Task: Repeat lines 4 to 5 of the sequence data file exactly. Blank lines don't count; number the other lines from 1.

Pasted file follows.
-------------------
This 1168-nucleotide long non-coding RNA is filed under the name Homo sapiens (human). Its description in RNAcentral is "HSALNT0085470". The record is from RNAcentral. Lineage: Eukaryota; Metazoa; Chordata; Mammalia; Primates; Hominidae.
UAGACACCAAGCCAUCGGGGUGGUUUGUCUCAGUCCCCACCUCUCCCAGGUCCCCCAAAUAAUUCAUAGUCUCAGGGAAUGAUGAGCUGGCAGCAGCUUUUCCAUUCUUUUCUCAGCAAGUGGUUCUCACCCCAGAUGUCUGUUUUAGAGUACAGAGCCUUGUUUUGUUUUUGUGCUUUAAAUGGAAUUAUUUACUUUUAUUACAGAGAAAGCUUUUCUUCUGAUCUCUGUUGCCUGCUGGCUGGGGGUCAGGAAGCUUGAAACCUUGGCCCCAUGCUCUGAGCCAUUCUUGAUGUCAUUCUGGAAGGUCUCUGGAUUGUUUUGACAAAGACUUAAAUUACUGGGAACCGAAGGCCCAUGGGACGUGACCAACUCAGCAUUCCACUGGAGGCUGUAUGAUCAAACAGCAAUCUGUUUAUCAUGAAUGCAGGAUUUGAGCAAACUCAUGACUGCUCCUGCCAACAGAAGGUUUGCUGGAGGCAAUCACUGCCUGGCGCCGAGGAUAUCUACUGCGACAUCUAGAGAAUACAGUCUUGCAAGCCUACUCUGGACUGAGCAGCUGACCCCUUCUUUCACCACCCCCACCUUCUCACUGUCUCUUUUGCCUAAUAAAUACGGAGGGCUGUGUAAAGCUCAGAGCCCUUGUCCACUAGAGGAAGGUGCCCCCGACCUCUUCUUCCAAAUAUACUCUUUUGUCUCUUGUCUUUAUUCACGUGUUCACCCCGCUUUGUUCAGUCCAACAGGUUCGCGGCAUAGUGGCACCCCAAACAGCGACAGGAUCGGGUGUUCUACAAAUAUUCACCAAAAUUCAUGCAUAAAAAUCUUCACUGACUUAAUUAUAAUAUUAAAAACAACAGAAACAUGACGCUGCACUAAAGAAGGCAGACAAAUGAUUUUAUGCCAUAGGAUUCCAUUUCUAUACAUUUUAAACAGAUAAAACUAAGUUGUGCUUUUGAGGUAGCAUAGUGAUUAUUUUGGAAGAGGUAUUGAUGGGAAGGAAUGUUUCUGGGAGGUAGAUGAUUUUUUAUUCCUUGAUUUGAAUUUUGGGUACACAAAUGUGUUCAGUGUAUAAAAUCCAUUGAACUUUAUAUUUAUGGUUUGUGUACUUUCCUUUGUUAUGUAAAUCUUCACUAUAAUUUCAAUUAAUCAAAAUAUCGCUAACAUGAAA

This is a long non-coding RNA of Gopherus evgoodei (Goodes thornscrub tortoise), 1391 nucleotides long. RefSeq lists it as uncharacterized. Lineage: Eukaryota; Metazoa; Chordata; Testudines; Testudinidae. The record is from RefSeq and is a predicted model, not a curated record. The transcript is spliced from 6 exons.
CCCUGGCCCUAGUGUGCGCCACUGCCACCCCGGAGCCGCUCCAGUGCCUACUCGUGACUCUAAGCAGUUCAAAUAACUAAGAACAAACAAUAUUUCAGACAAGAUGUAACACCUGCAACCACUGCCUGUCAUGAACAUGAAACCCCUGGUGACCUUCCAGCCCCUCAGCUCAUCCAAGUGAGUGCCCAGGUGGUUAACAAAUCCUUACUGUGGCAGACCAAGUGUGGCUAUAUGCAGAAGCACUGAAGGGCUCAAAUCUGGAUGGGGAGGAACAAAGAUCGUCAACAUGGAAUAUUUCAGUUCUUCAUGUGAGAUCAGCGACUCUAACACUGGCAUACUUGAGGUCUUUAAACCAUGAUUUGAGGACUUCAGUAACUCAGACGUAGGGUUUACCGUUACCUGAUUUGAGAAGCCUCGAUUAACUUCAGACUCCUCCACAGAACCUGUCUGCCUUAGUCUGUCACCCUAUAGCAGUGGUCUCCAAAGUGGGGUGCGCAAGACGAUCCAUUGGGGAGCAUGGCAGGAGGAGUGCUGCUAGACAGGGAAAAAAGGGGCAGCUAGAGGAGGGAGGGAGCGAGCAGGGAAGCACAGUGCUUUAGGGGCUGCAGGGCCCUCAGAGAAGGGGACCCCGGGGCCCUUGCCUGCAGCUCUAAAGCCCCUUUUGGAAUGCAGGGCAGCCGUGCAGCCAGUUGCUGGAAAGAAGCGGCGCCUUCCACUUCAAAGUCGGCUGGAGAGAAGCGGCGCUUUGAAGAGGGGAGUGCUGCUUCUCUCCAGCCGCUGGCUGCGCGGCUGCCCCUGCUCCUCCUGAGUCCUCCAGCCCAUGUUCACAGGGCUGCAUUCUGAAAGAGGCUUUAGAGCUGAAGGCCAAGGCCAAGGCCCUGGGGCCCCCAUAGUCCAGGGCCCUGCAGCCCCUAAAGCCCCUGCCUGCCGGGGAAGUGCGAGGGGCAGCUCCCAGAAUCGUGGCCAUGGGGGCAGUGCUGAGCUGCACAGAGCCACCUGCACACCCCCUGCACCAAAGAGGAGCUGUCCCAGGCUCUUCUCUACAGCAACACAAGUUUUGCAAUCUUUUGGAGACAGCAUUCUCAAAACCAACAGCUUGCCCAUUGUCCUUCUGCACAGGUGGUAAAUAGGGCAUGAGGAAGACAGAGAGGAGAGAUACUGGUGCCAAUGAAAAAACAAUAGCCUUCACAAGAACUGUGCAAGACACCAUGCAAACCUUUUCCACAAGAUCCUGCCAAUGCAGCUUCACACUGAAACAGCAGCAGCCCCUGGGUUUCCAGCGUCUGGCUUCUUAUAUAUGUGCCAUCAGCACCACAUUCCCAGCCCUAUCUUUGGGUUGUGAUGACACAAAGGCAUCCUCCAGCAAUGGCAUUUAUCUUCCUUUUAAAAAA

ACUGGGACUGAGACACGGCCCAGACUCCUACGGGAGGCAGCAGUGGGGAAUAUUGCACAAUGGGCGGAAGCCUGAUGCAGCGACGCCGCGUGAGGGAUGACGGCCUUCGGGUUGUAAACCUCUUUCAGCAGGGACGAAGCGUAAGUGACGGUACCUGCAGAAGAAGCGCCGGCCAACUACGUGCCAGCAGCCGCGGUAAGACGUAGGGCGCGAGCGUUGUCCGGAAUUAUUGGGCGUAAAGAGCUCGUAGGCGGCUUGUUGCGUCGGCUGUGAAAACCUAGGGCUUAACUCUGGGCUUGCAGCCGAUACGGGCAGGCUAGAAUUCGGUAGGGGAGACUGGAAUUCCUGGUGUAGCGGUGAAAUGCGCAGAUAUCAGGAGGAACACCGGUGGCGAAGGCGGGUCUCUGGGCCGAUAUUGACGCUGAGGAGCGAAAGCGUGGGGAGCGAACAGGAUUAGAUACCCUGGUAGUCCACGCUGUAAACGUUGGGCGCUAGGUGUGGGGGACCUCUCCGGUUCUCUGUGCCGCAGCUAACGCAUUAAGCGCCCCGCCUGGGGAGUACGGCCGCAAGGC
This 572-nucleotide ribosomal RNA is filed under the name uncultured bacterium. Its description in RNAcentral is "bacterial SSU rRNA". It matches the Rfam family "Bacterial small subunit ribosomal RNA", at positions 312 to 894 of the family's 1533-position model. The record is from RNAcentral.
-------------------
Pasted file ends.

CCCUGGCCCUAGUGUGCGCCACUGCCACCCCGGAGCCGCUCCAGUGCCUACUCGUGACUCUAAGCAGUUCAAAUAACUAAGAACAAACAAUAUUUCAGACAAGAUGUAACACCUGCAACCACUGCCUGUCAUGAACAUGAAACCCCUGGUGACCUUCCAGCCCCUCAGCUCAUCCAAGUGAGUGCCCAGGUGGUUAACAAAUCCUUACUGUGGCAGACCAAGUGUGGCUAUAUGCAGAAGCACUGAAGGGCUCAAAUCUGGAUGGGGAGGAACAAAGAUCGUCAACAUGGAAUAUUUCAGUUCUUCAUGUGAGAUCAGCGACUCUAACACUGGCAUACUUGAGGUCUUUAAACCAUGAUUUGAGGACUUCAGUAACUCAGACGUAGGGUUUACCGUUACCUGAUUUGAGAAGCCUCGAUUAACUUCAGACUCCUCCACAGAACCUGUCUGCCUUAGUCUGUCACCCUAUAGCAGUGGUCUCCAAAGUGGGGUGCGCAAGACGAUCCAUUGGGGAGCAUGGCAGGAGGAGUGCUGCUAGACAGGGAAAAAAGGGGCAGCUAGAGGAGGGAGGGAGCGAGCAGGGAAGCACAGUGCUUUAGGGGCUGCAGGGCCCUCAGAGAAGGGGACCCCGGGGCCCUUGCCUGCAGCUCUAAAGCCCCUUUUGGAAUGCAGGGCAGCCGUGCAGCCAGUUGCUGGAAAGAAGCGGCGCCUUCCACUUCAAAGUCGGCUGGAGAGAAGCGGCGCUUUGAAGAGGGGAGUGCUGCUUCUCUCCAGCCGCUGGCUGCGCGGCUGCCCCUGCUCCUCCUGAGUCCUCCAGCCCAUGUUCACAGGGCUGCAUUCUGAAAGAGGCUUUAGAGCUGAAGGCCAAGGCCAAGGCCCUGGGGCCCCCAUAGUCCAGGGCCCUGCAGCCCCUAAAGCCCCUGCCUGCCGGGGAAGUGCGAGGGGCAGCUCCCAGAAUCGUGGCCAUGGGGGCAGUGCUGAGCUGCACAGAGCCACCUGCACACCCCCUGCACCAAAGAGGAGCUGUCCCAGGCUCUUCUCUACAGCAACACAAGUUUUGCAAUCUUUUGGAGACAGCAUUCUCAAAACCAACAGCUUGCCCAUUGUCCUUCUGCACAGGUGGUAAAUAGGGCAUGAGGAAGACAGAGAGGAGAGAUACUGGUGCCAAUGAAAAAACAAUAGCCUUCACAAGAACUGUGCAAGACACCAUGCAAACCUUUUCCACAAGAUCCUGCCAAUGCAGCUUCACACUGAAACAGCAGCAGCCCCUGGGUUUCCAGCGUCUGGCUUCUUAUAUAUGUGCCAUCAGCACCACAUUCCCAGCCCUAUCUUUGGGUUGUGAUGACACAAAGGCAUCCUCCAGCAAUGGCAUUUAUCUUCCUUUUAAAAAA

ACUGGGACUGAGACACGGCCCAGACUCCUACGGGAGGCAGCAGUGGGGAAUAUUGCACAAUGGGCGGAAGCCUGAUGCAGCGACGCCGCGUGAGGGAUGACGGCCUUCGGGUUGUAAACCUCUUUCAGCAGGGACGAAGCGUAAGUGACGGUACCUGCAGAAGAAGCGCCGGCCAACUACGUGCCAGCAGCCGCGGUAAGACGUAGGGCGCGAGCGUUGUCCGGAAUUAUUGGGCGUAAAGAGCUCGUAGGCGGCUUGUUGCGUCGGCUGUGAAAACCUAGGGCUUAACUCUGGGCUUGCAGCCGAUACGGGCAGGCUAGAAUUCGGUAGGGGAGACUGGAAUUCCUGGUGUAGCGGUGAAAUGCGCAGAUAUCAGGAGGAACACCGGUGGCGAAGGCGGGUCUCUGGGCCGAUAUUGACGCUGAGGAGCGAAAGCGUGGGGAGCGAACAGGAUUAGAUACCCUGGUAGUCCACGCUGUAAACGUUGGGCGCUAGGUGUGGGGGACCUCUCCGGUUCUCUGUGCCGCAGCUAACGCAUUAAGCGCCCCGCCUGGGGAGUACGGCCGCAAGGC